In a speech on 22nd March at the European Commission conference on sustainable finance in Brussels, French President Emmanuel Macron argued for a higher carbon price plus carbon tariffs at Europe’s borders.

He said that the successful transition to a low-carbon economy requires financial market reforms to  drive investment into clean technologies. Though this was the intention of Europe’s Emissions Trading Scheme (EU ETS), it hasn’t been successful because the price it sets on carbon emissions is too low to have much impact, and also due to the permits given out to polluting industries.

As a result, France has set a price of €44 a tonne on petroleum products, and since 2013 the UK has had a Carbon Price Floor to prop up the low carbon price set by the EU ETS. This is currently at £18 a tonne and has had some success in driving down coal use, though there is a risk of coal making a comeback if the price is not increased. When introduced, the plan was for it to go up to £30 a tonne in 2020.

A European carbon price floor is what Macron is now proposing. It’s “the only way of creating new economic opportunities”, he said, since it will accelerate investment into job-creating sectors such as decentralised power generation.

But this will be resisted by many in Europe, such as heavily coal-dependant Poland and also Germany, saying it worries about starting a trade war, though Macron noted that an EU carbon price floor would need to be accompanied by social policies to help those regions likely to suffer heavy job losses. France, which gets most of its electricity from nuclear, has among the lowest per capita emissions in Europe and so would not be hit nearly as hard as the big coal burning nations of central Europe.

The carbon price floor would need to be complemented by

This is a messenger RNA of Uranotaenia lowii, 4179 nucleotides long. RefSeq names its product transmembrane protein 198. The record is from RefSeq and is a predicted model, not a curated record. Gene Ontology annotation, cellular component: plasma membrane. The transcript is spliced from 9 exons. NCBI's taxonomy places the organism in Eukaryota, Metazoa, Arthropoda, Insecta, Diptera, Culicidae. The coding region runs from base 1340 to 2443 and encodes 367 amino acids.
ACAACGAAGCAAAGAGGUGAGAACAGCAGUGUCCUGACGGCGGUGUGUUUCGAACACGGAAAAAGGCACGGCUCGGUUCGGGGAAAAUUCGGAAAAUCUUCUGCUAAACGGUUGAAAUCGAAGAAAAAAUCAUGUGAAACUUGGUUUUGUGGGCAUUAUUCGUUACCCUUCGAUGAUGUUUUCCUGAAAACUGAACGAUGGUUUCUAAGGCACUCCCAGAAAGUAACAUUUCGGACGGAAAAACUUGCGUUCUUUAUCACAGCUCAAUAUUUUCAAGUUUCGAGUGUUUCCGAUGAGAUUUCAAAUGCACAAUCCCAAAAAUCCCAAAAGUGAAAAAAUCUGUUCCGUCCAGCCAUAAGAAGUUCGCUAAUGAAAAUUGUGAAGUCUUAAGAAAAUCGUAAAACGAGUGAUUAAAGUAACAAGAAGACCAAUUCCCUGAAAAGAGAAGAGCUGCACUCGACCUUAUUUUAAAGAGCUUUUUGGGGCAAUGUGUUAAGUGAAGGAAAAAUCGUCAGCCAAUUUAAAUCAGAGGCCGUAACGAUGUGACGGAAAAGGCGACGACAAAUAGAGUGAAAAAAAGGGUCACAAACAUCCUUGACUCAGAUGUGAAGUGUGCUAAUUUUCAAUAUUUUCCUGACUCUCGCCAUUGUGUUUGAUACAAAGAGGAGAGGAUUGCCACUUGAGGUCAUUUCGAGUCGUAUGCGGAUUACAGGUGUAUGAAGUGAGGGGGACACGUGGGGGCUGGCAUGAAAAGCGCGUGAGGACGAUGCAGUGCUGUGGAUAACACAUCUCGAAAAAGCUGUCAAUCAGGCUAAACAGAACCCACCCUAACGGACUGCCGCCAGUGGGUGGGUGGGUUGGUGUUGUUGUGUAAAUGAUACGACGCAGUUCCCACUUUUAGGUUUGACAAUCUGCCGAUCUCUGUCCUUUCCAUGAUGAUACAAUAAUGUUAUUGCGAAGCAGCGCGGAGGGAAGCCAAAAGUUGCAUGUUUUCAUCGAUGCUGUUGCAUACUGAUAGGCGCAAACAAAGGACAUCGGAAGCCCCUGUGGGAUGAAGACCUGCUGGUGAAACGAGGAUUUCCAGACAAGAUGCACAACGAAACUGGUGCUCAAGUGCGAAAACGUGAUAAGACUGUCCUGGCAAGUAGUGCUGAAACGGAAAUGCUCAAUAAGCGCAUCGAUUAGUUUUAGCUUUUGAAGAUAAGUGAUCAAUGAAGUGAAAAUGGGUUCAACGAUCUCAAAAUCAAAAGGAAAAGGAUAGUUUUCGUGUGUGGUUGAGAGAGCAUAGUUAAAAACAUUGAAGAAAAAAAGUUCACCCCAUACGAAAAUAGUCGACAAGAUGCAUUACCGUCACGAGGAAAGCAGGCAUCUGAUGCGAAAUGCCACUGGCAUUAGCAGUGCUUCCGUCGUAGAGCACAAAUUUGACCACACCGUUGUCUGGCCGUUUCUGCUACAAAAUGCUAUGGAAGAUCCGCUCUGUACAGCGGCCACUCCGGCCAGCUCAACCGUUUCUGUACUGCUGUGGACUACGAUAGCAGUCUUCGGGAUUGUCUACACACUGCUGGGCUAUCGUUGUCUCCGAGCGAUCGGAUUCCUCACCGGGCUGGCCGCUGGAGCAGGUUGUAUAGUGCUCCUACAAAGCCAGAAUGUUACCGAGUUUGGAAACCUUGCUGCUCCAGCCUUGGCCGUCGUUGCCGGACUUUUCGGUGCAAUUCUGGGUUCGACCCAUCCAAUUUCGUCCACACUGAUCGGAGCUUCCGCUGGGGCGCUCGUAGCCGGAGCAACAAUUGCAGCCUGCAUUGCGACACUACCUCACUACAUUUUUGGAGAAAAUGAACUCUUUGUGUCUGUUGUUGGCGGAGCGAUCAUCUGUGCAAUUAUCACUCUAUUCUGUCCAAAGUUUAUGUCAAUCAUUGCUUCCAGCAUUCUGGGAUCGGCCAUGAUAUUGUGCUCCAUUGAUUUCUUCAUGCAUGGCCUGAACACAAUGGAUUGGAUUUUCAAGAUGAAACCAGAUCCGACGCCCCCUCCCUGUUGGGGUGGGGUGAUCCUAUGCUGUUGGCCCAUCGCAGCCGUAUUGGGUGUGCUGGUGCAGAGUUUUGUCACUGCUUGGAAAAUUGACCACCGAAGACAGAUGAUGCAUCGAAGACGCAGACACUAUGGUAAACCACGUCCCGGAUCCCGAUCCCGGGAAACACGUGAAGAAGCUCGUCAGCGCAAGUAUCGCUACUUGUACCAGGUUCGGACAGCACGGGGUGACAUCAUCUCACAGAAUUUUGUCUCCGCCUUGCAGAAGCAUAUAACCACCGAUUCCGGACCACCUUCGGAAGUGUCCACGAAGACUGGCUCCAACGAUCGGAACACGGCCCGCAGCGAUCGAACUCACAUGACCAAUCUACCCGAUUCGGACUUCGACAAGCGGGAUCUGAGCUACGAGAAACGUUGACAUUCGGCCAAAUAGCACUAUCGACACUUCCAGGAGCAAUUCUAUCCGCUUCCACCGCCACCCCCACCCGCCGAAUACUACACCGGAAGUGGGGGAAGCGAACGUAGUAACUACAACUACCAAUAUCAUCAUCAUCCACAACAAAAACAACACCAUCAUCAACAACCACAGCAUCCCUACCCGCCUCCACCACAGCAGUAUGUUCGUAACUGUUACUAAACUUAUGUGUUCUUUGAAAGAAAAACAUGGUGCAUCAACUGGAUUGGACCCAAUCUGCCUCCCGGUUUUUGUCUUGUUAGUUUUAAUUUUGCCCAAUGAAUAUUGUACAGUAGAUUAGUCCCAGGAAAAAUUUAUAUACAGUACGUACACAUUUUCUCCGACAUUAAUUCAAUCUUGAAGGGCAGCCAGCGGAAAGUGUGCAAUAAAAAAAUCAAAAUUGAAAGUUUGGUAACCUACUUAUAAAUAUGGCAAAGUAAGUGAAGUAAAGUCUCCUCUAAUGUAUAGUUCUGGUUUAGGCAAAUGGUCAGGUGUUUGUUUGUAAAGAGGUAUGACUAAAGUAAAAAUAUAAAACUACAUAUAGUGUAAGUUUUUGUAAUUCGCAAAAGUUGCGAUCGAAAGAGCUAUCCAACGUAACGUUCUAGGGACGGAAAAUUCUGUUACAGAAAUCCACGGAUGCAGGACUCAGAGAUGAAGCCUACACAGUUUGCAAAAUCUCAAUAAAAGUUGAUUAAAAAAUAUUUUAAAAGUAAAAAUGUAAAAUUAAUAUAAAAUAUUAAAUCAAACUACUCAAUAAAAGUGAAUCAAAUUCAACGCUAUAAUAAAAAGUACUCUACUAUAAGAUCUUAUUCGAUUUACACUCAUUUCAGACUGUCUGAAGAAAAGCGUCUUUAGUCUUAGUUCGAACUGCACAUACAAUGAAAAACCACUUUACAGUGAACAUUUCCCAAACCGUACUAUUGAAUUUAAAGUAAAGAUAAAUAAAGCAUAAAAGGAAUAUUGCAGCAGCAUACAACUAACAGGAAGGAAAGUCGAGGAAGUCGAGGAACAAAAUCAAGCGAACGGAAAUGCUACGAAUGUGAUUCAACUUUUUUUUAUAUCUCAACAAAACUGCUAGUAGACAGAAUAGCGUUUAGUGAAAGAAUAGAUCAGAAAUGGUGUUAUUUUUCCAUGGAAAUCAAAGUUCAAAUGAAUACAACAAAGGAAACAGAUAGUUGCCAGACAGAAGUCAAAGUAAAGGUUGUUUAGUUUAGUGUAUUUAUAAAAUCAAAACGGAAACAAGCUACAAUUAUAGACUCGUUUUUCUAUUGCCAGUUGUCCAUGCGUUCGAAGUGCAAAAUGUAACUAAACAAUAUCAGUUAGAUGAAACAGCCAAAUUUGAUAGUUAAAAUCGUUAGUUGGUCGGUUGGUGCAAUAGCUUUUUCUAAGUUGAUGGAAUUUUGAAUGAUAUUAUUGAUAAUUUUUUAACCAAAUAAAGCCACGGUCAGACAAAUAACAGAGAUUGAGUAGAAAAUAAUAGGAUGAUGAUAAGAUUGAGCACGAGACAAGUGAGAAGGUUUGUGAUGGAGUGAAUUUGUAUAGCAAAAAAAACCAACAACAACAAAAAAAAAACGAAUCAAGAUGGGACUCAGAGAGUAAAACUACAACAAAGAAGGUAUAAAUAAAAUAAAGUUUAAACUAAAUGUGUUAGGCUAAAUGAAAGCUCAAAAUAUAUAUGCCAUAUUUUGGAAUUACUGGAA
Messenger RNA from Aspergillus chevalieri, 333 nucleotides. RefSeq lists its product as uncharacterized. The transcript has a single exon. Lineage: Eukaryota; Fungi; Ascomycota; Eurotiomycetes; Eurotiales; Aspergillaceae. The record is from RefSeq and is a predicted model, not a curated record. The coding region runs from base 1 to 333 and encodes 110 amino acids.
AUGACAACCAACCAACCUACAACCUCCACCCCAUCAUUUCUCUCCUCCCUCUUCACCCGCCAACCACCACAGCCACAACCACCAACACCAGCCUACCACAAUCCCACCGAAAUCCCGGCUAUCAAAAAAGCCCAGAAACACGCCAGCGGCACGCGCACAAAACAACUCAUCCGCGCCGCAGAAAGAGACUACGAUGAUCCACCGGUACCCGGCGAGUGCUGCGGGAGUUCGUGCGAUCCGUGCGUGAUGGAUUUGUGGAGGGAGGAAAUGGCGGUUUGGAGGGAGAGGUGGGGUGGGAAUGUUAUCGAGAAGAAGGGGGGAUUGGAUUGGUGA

a border adjustment mechanism to avoid penalising our companies because of our climate commitments

Any country or region that puts a price on carbon is effectively putting up the price of just about everything it produces since just about everything we produce results in carbon emissions due to the pervasiveness of fossil fuels in our economies. This harms the competitiveness of industries in relation to those outside the carbon pricing zone, particularly high-energy industries since they would have higher costs than similar industries in places where carbon is not priced, or where it’s priced at a lower level. A border adjustment, or carbon tariffs, would apply the carbon price to any imports and rebate it for exports, thus levelling the playing field.

we have to put in place a taxation at the border for those who decide not to make the same environmental choice.

He didn’t say who he was thinking of when he said that, but he called on the EU to abandon its policy of the weak, applying environmental taxes and regulations to its own businesses whilst giving those importing into the EU a free ride.

Read more at  (includes the full speech in French) and at Climate Change News.